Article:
The owner thought for a while and then drew a line on the coffee pot. Then he called over the staff and instituted the rule that whenever the level dropped below that line, that person would start the next pot of coffee so that it'd be ready by the time the first pot ran out. Even if things were busy, especially if things were busy, the server must drop everything to make that next pot of coffee when the level dropped below the line.
From then on the coffee at his shop was consistently great.
This simple example shows how even the most simple processes can be analyzed and improved, to huge benefit. It also shows that processes are often the culprit, not people. The servers at the coffee shop were trying to do well, but there was nothing they could do. The solution had to be imposed by someone with the necessary authority, with a little thought and the imposition of simple rule.
And perhaps most importantly, the coffee-shop example illustrates that process improvement often results in increased quality with equal or less effort on the part of the workers. In this case, starting the new pot brewing when the line was reached was no extra effort for the workers, and yet produced an immensely better result. Usually this is how good process improvement works; it takes no more time from the bulk of the people involved, but either increases quality or saves a few people huge amounts of time. It really gives something for nothing.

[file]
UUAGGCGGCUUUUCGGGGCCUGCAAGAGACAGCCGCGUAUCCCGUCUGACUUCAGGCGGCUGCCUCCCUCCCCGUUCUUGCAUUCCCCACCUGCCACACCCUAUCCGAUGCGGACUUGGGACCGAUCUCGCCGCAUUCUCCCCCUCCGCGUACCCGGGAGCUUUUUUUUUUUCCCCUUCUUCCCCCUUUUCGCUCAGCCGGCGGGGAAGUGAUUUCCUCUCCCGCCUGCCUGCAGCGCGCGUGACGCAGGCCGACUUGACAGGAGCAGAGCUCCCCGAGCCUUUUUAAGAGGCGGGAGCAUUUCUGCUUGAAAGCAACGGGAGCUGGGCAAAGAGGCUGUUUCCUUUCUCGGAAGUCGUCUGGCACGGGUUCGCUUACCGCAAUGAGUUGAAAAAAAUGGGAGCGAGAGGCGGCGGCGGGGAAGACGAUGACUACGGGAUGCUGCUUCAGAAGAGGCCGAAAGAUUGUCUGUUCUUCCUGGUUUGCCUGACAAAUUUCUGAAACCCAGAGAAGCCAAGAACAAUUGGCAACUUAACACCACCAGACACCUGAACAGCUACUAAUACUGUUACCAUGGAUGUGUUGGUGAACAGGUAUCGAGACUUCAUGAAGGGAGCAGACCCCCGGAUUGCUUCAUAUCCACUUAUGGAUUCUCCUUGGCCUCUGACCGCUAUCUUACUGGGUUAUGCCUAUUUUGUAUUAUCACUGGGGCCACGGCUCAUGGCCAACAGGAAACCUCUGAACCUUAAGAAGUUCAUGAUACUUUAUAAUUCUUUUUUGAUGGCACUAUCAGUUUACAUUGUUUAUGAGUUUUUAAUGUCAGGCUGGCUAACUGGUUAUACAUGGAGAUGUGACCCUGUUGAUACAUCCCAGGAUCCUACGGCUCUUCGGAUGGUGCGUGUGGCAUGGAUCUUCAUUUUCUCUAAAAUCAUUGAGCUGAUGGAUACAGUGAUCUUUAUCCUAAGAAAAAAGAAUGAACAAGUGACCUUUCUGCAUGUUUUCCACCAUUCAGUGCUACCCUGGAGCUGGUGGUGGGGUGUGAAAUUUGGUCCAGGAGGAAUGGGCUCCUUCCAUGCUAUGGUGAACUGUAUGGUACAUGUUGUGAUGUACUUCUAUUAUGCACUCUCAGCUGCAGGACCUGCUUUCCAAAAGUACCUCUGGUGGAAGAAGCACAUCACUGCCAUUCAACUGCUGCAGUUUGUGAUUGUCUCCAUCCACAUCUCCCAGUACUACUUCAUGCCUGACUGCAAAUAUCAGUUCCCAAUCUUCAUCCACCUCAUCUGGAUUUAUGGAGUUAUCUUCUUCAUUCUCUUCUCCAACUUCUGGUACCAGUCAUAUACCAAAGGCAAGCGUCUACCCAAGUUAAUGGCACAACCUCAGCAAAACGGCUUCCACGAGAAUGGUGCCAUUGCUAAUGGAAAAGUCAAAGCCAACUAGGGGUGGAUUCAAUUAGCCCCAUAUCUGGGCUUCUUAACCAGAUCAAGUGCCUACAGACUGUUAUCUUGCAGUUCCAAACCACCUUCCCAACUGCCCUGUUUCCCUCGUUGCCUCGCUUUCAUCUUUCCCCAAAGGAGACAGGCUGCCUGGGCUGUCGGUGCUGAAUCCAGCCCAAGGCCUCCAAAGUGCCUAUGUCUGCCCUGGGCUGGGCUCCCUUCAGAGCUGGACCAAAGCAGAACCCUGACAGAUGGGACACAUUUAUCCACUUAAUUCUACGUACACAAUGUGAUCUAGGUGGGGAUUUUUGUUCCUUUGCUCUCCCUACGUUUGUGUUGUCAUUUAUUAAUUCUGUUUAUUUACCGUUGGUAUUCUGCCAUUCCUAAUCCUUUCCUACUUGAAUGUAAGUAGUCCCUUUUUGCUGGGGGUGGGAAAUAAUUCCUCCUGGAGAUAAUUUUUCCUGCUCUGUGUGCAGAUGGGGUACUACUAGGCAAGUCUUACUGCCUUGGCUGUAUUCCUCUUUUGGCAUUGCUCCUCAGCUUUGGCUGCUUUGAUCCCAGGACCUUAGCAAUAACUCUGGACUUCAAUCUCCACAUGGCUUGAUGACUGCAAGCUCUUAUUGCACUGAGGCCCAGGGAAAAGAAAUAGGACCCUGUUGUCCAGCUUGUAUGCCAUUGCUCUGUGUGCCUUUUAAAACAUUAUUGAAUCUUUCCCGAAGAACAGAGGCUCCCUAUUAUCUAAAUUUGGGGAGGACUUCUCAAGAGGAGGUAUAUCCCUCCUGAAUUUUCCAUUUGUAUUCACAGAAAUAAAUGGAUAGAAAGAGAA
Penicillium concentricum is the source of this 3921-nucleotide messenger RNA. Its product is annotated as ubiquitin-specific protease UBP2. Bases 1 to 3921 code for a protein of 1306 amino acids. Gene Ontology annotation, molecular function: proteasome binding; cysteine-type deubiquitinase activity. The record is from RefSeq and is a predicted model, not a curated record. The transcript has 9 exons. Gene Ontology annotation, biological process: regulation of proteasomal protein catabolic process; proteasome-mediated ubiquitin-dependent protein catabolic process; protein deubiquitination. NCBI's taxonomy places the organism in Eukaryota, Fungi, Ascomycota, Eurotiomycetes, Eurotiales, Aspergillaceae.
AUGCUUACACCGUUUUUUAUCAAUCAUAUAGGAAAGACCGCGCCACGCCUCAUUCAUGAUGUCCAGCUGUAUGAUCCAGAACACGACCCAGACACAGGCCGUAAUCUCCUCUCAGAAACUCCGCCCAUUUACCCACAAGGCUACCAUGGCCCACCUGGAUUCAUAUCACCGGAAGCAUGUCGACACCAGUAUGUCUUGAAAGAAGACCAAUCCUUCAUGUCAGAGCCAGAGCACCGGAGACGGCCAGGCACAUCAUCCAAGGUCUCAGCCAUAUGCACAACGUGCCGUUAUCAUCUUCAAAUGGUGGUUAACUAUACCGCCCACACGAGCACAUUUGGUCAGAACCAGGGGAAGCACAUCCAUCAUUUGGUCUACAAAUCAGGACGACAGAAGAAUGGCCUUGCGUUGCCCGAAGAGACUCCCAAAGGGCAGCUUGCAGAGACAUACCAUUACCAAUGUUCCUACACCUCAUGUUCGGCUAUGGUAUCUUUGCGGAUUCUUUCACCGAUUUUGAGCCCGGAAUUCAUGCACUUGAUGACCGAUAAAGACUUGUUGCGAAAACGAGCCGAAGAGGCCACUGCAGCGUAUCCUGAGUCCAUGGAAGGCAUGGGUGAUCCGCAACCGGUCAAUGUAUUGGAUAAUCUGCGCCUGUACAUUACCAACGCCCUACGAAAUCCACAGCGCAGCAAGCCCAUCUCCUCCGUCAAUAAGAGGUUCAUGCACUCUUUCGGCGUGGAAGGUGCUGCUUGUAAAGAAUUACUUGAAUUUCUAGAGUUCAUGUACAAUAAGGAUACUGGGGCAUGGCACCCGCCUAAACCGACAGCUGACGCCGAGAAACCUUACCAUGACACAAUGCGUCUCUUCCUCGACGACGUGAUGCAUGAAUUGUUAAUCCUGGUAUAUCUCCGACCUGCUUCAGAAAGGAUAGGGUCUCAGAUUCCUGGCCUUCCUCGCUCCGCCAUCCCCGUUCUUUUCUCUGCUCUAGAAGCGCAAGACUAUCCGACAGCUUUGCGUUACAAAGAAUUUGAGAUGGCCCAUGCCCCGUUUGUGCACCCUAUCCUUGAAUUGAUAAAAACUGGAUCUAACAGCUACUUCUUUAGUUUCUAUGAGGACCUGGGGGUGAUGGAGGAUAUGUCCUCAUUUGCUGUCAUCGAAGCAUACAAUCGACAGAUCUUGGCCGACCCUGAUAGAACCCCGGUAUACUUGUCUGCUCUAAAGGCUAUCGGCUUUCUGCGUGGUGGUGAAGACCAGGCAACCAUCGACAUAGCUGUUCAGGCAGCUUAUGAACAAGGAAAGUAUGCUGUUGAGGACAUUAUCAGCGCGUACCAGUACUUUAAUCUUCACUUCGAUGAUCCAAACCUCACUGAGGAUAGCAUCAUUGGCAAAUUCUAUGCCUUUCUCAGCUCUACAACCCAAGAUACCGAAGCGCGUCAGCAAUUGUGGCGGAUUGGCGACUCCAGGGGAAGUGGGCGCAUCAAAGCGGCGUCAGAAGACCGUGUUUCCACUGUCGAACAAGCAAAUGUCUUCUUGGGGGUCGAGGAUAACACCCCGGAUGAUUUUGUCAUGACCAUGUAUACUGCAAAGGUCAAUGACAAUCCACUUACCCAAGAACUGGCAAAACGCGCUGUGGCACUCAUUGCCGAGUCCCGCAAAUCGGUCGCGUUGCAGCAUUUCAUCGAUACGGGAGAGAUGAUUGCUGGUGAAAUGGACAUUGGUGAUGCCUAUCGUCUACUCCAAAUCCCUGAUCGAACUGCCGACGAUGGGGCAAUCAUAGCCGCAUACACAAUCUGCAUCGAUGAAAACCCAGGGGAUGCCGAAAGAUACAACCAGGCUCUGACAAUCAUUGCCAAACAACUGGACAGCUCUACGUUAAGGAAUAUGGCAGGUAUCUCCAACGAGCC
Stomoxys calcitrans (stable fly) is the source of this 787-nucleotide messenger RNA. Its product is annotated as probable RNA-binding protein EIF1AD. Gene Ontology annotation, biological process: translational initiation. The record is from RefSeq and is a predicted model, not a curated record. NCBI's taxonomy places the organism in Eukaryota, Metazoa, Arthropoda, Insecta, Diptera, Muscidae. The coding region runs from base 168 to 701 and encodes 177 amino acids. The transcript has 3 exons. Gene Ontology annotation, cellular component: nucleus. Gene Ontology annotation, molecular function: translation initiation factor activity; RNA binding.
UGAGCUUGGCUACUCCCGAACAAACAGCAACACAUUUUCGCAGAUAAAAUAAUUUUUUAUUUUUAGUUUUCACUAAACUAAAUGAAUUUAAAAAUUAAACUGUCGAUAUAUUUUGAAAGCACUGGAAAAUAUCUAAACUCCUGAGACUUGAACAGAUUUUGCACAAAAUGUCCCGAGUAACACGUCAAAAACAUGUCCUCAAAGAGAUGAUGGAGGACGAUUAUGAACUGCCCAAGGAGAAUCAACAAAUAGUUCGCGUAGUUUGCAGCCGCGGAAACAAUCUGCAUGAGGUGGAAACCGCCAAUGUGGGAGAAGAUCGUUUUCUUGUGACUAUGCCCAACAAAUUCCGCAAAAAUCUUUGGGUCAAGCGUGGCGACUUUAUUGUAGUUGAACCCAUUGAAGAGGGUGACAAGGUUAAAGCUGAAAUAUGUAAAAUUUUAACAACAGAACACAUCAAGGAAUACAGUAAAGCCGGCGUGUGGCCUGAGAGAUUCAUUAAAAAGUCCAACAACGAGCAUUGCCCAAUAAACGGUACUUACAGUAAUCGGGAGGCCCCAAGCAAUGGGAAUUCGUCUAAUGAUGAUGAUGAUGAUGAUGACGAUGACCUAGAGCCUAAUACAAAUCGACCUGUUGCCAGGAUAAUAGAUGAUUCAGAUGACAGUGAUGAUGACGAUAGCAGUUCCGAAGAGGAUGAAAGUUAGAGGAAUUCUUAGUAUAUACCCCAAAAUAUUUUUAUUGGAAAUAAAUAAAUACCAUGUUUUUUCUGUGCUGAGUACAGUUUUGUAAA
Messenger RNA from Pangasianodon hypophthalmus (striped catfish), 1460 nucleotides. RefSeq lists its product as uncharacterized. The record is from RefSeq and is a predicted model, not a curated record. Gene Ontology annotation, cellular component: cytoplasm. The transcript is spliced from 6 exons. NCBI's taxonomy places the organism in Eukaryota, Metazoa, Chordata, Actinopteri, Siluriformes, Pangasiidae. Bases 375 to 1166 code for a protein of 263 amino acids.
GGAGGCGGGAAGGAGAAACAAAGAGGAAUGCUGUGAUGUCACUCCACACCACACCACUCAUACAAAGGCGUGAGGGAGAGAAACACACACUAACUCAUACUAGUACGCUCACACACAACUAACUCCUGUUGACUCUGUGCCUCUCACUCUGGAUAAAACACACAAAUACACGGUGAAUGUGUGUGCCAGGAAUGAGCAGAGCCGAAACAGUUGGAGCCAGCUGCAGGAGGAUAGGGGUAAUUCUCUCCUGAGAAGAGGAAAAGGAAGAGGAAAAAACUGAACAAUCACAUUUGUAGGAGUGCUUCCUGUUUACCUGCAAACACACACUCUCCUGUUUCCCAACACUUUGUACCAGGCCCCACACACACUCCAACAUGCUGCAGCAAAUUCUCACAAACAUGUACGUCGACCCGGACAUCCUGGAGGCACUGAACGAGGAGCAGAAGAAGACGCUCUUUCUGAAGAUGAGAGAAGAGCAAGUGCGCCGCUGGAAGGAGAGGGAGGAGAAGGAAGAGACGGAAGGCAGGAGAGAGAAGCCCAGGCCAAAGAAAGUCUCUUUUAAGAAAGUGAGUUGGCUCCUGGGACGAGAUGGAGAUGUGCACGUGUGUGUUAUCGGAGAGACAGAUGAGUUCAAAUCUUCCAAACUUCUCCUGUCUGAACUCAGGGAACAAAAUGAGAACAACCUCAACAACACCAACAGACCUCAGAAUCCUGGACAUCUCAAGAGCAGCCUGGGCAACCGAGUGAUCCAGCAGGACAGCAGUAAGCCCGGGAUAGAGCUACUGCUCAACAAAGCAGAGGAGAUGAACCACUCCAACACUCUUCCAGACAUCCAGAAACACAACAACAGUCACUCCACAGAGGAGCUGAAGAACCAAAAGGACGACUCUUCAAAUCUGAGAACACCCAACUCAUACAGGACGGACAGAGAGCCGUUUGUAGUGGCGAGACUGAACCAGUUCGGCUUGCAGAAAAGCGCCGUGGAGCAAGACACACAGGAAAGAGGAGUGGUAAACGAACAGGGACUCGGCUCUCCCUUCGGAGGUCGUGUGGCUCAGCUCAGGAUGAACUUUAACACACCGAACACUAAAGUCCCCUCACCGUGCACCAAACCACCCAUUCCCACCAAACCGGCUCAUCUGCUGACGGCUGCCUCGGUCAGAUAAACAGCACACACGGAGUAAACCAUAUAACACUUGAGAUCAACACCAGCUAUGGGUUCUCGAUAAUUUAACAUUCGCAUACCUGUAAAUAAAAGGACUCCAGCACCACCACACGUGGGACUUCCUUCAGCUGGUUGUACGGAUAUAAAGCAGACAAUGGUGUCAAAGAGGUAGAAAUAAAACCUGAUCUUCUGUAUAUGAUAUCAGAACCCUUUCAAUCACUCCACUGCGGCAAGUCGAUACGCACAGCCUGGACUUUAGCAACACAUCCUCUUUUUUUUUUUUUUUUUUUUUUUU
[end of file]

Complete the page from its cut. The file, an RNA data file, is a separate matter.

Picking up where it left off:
In addition to streamlining the company, process improvement has an added benefit. It free middle managers from a constant stream of busywork. Much of what they do at an unorganized company is to "fight fires". This means that they must step in and apply temporary fixes to problems. By improving the processes that result in the problems, a company can permanently fix the problems. It's hard for some companies to imagine, but by taking enough time to fix every problem permanently, in a short time the middle managers will be able to go back to their real jobs instead of fire fighting.
A common question is how formal should processes be. The answer is that some should be formal (i.e. written down) and some should not. There are two reasons to formalize a process. The first is when new people will be executing part of the process regularly. Rather than have an old hand lay out the procedure verbally to newcomers, a written process can be used to save time.
The other reason to write a process down is when it is complicated and is expected to be revisited again (as all complicated processes should). It is very helpful to have the process be explicit, with rationales for each of its steps. Just as with any sort of design, rationale paragraphs can be invaluable to those modifying the design later.
The nice thing about process improvement is that it saves time when compared to the "fire fighting" management technique. By applying a little more effort to potentially recurring problems by engineering fixes that permanently prevent that problem from occuring again, rather than just quickly applying a temporary fix, one has saved time in the long run, usually even in the medium run. So a byword of process improvement is "fix it once, permanently, rather than once each time it happens".
| || |
March 2, 1996: created.
August 10, 1996: tightened.
Copyright © 1996,
All Rights Reserved